Clinton Reassures East Europeans On Security Plan

US also discusses possible economic, social initiatives to bolster troubled economies

ONE day after NATO leaders made a historic shift in orientation toward the East, President Clinton arrived in Central Europe to make the pitch in person.

He left the following day - yesterday - with strong indication that one and possibly more of the alliance's former enemies would begin steps toward a relationship.

Mr. Clinton walked the narrow cobbled streets of medieval Prague with Czech President Vaclav Havel to a boisterous pub frequented by Czech intellectuals. He played saxophone in a venerable, smoke-choked nightclub. He sat with businessmen in a Prague department store converted to a Kmart.

He also met one at a time, then together, with the leaders of Poland, Hungary, Slovakia, and the Czech Republic - the countries most ready to enter the bullpen for eventual NATO membership.

Clinton's message to the Central Europeans was that NATO's new US-designed Partnership for Peace program for non-NATO Europe is indeed a step toward full NATO membership. Some leaders of the four so-called Visegrad countries had felt that the Partnership for Peace was just a ploy to fend them off.

The Partnership is ``not a permanent holding room,'' Clinton said after his meetings. It ``changes the entire NATO dialogue'' so that membership for the alliance's former rivals is no longer a matter of when, but how.

The Czechs gave the most enthusiastic response. President Havel endorsed the Partnership, welcoming NATO's role as the ``stabilizing core of European security.'' After meeting with Clinton, Mr. Havel said he did not regard the Partnership as a substitute for NATO membership, but as a steppingstone.

The leaders of the other three Visegrad countries joined Clinton and Havel at a brief press conference after their lunch yesterday at the US ambassador's residence. ``Our countries have very similar views on the subject,'' Havel said.

Foreign Minister Josef Zieleniec told Czech Radio that the country could probably enroll without parliamentary action.

Clinton argued in his meetings, according to aides, that the stability of Central Europe is a vital concern to the United States. He also discussed possible new economic and social initiatives for their countries. But new assistance would stress the shoring up of social safety nets more than pushing faster privatization, White House officials say. The layoffs associated with going private have been socially disruptive and economically difficult in much of Eastern Europe.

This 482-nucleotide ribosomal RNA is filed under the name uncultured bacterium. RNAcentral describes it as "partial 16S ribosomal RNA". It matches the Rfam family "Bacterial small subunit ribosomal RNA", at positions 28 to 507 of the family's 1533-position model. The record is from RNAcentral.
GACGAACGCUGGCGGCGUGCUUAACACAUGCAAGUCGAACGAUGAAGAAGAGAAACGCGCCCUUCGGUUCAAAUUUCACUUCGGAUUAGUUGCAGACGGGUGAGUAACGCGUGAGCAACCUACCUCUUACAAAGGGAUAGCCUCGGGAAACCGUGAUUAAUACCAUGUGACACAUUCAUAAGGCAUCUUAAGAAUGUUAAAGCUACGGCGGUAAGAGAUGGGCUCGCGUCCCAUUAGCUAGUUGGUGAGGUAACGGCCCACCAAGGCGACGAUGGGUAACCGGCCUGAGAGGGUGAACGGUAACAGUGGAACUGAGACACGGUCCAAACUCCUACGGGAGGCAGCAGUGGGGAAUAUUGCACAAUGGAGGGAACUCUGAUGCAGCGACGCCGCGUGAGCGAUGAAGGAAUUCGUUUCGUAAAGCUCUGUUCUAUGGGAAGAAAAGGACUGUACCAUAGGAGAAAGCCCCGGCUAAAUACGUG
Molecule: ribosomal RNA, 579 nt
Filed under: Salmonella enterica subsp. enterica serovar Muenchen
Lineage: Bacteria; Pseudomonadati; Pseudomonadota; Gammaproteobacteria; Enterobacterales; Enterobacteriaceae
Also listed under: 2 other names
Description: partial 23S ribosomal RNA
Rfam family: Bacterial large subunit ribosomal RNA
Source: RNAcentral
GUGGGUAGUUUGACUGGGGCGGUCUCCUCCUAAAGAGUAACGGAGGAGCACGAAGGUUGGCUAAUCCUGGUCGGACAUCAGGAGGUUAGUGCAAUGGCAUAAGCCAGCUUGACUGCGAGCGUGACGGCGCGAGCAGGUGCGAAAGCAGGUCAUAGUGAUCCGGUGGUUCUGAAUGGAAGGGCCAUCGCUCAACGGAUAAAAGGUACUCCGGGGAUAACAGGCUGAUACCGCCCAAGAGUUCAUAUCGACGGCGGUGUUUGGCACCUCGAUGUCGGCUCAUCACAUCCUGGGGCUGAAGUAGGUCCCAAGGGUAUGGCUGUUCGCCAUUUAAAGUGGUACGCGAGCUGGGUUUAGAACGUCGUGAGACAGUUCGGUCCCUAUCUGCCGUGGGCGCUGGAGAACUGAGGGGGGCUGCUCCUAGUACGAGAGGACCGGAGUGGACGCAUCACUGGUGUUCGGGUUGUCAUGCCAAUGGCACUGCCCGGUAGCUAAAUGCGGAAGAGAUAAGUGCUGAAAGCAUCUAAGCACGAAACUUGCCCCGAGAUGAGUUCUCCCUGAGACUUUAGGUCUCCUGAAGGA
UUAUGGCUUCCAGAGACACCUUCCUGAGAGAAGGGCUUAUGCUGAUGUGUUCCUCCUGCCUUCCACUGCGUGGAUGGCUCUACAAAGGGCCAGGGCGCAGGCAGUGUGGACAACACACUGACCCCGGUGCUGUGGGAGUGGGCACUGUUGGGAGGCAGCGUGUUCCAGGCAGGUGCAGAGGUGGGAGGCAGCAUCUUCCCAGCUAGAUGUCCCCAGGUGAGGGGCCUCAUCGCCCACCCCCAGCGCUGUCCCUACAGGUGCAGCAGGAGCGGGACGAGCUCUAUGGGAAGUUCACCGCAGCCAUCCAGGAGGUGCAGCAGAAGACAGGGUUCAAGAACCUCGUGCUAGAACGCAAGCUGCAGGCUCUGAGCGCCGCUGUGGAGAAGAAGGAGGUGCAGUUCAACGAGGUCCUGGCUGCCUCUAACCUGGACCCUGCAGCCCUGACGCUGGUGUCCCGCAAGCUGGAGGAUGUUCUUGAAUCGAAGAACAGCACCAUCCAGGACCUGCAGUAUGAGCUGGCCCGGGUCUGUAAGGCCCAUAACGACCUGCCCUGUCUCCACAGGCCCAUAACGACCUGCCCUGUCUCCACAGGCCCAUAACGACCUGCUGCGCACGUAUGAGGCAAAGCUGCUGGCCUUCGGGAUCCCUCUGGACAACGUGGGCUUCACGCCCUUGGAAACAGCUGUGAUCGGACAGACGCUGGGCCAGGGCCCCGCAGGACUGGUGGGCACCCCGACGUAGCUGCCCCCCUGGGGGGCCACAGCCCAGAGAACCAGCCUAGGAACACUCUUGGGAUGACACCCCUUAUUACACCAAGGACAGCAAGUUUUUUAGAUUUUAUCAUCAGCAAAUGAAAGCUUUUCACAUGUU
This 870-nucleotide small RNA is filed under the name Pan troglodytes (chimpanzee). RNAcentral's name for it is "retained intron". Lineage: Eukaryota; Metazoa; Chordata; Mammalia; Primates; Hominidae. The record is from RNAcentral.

He also endorsed stronger regional ties between Central European countries and called for a special conference this year sponsored by the US on trade and investment in the Visegrad nations.

Clinton's meetings during his 24 hours in Prague were forecast by policy analysts to be the most difficult of the trip. The leaders here wanted a more immediate membership in NATO, with its mutual security guarantees, to lock them into the West.

US officials say Central Europe does not fear an attack from Russia in the near future. Rather, Visegrad officials tell their US counterparts that the longer-term insecurity of living in a power vacuum could destabilize domestic politics, undermining public confidence in reform.

So the prospect of NATO's security guarantees offers a comfort zone, an assurance that a resurgent Russian expansionism could not once again destroy democracy and market reforms.

Many Western experts estimate that the Russian military is so deteriorated that it would take five or more years for it to be ready for a major act of aggression. But NATO is also concerned about the domestic stability of Russia. Too fast an expansion of NATO among former members of the Warsaw Pact could provoke a reaction, especially in the Russian military establishment.

Even without the full expansion of the NATO security umbrella, experts such as Lawrence Korb of the Brookings Institution say that the alliance would not stand by for a Russian attack on Warsaw or Prague. To do so would be to roll back the clock 50 years to the beginning of the cold war, he says.

The tug of war becomes tougher for nations such as Lithuania, whose expressed interest in NATO membership drew a sharply negative Russian response. NATO member nations would probably try to avoid such a direct provocation of the Russians. The Partnership allows member nations to participate in joint missions and planning sessions with NATO members. It carries no security guarantees, except the right to ``consult'' NATO if under direct military threat. The Partnership is also open to Russia itself, although Russia is expected to want to set its own terms of engagement with NATO - one way or another.

The Clinton vision is that the future security of Europe lies in the military, economic, and political integration of East and West.

One reason the US designed the Partnership for Peace - rather than direct NATO recruitment - is so that potential NATO members can prepare to pull their weight in the alliance. The Partnership is meant to develop a working compatibility between military forces and staff-level liaisons of NATO members and Partnership members. To join the Partnership, a nation must have a democratic government, a civil-ian-controlled and NATO-compatible military, and public defense budgets.

``I have come to Europe to build a new security for the transatlantic community for the 21st century,'' Clinton said. He told the Visegrad leaders: ``The security of your states is important to the security of the United States.''

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